02 June 2016 Current Affairs: The New Development Bank (NDB) of the BRICS countries is set to issue its first yuan-denominated bonds with plans to release more bonds in local currencies including in Indian Rupee.
The Shanghai-based bank founded by Brazil, Russia, India, China and South Africa (BRICS) and headed by eminent Indian banker K V Kamath plans to finance sustainable development projects in the emerging markets and developing countries.
The bank’s first five-year yuan-denominated bonds, also referred as green bonds, will be issued after receiving a rating from international ratings agencies as well as getting authorities’ approval, said Paolu Nogueira Batista, the bank’s vice president for economic research, strategy and partnerships and chief risk officer.
More bonds denominated in local currencies of the BRICS countries, including the rupees in India, will be issued if the bank’s board and local authorities endorse the project plans, he said while outlining bank’s plans on Monday at the closing ceremony of the Shanghai Forum, an annual meeting of officials, academics, business chiefs and world opinion leaders, state-run ‘China Daily’ reported.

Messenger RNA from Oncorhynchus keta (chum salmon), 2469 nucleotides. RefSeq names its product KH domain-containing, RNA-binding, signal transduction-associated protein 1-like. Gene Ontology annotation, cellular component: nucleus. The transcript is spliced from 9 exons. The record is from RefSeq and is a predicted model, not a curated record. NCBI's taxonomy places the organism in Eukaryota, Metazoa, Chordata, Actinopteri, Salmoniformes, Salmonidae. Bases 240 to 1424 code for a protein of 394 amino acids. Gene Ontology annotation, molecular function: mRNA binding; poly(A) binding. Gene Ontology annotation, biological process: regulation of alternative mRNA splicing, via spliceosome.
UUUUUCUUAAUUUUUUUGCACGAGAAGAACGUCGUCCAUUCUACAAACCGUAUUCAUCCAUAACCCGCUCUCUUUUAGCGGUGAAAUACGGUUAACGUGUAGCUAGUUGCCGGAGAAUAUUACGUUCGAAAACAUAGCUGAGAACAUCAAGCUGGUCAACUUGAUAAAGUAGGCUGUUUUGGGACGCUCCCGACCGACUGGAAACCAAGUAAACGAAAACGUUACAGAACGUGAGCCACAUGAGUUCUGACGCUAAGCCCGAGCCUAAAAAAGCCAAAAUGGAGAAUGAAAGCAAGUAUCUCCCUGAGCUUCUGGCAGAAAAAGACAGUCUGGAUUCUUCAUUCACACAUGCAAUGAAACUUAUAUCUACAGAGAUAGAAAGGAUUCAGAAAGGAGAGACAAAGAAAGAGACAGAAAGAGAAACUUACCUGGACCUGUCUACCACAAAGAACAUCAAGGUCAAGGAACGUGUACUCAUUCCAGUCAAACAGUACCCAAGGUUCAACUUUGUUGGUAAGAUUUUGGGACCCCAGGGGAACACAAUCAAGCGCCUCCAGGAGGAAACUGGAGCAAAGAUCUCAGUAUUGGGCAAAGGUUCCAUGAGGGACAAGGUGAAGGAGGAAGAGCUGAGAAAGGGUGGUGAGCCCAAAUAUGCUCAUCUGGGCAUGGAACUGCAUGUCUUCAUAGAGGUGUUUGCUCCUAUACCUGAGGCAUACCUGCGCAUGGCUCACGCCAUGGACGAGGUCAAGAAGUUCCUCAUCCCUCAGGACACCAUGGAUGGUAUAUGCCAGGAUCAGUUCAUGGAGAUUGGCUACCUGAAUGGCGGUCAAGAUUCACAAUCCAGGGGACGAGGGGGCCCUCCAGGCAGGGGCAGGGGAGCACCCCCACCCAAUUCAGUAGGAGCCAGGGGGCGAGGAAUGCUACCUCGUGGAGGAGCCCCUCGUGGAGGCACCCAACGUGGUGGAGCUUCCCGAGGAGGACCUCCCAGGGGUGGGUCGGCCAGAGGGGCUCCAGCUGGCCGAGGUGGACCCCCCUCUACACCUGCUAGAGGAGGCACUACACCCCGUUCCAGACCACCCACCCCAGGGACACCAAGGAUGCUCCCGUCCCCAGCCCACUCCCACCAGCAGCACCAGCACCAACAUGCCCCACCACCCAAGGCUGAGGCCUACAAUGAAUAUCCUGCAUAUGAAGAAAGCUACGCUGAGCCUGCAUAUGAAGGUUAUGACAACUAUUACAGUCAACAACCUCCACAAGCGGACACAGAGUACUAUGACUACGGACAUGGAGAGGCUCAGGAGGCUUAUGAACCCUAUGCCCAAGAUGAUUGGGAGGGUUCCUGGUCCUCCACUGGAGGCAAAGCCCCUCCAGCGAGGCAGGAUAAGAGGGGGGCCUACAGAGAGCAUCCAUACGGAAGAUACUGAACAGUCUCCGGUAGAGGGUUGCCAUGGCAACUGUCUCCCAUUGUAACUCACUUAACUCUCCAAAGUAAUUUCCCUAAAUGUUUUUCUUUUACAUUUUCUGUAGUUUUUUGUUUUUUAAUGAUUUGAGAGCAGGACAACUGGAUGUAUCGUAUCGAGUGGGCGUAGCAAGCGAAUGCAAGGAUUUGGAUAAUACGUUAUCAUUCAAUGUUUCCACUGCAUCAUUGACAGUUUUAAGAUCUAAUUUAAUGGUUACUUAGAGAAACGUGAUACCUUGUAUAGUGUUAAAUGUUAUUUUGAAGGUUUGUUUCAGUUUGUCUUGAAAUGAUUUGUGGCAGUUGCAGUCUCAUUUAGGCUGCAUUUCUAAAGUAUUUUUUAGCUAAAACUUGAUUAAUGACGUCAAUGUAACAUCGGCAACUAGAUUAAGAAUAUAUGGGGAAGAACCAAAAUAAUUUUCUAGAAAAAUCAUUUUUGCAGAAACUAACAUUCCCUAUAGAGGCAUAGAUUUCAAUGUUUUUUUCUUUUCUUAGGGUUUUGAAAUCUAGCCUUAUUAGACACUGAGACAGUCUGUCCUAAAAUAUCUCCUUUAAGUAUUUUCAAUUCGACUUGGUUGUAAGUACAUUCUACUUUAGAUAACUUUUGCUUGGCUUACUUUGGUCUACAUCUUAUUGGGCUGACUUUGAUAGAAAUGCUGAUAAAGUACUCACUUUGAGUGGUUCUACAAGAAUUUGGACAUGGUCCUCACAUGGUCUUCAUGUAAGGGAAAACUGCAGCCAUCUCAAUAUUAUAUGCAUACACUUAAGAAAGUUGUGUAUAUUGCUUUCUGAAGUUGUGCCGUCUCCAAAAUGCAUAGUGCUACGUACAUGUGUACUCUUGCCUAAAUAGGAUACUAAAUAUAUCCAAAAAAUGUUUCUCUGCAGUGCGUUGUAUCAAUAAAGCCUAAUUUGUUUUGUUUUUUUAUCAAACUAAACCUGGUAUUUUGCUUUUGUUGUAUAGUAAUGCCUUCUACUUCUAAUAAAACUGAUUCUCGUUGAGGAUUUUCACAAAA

The New Development Bank is established with initial subscribed capital of USD 50 billion with total paid-in capital of USD 10 billion. The founding members of the NDB have already brought in capital of USD one billion as initial contribution.
The bank announced its first batch of loans on April 16, providing USD 300 million to Brazil, USD 81 million to China, USD 250 million to India and USD 180 million to South Africa.Together with the China-backed Asian Infrastructure Investment Bank (AIIB), the NDB was expected to contribute to infrastructure development, specially in the Asian region along with IMF, World Bank and Asian Development Bank.
India is the only country among the BRICS countries whose GDP continues to grow above seven per cent while the rest of the economies including that of China reported sharp slowdown.Chinese economy slipped to 6.9 per cent last year.
The NDB aims to be a global lender instead of being limited to being an institution for just a handful of countries, Batista said.
It wants to expand and be involved in more countries in the future, on condition that the emerging markets and developing countries take a majority of shares and voting rights in the bank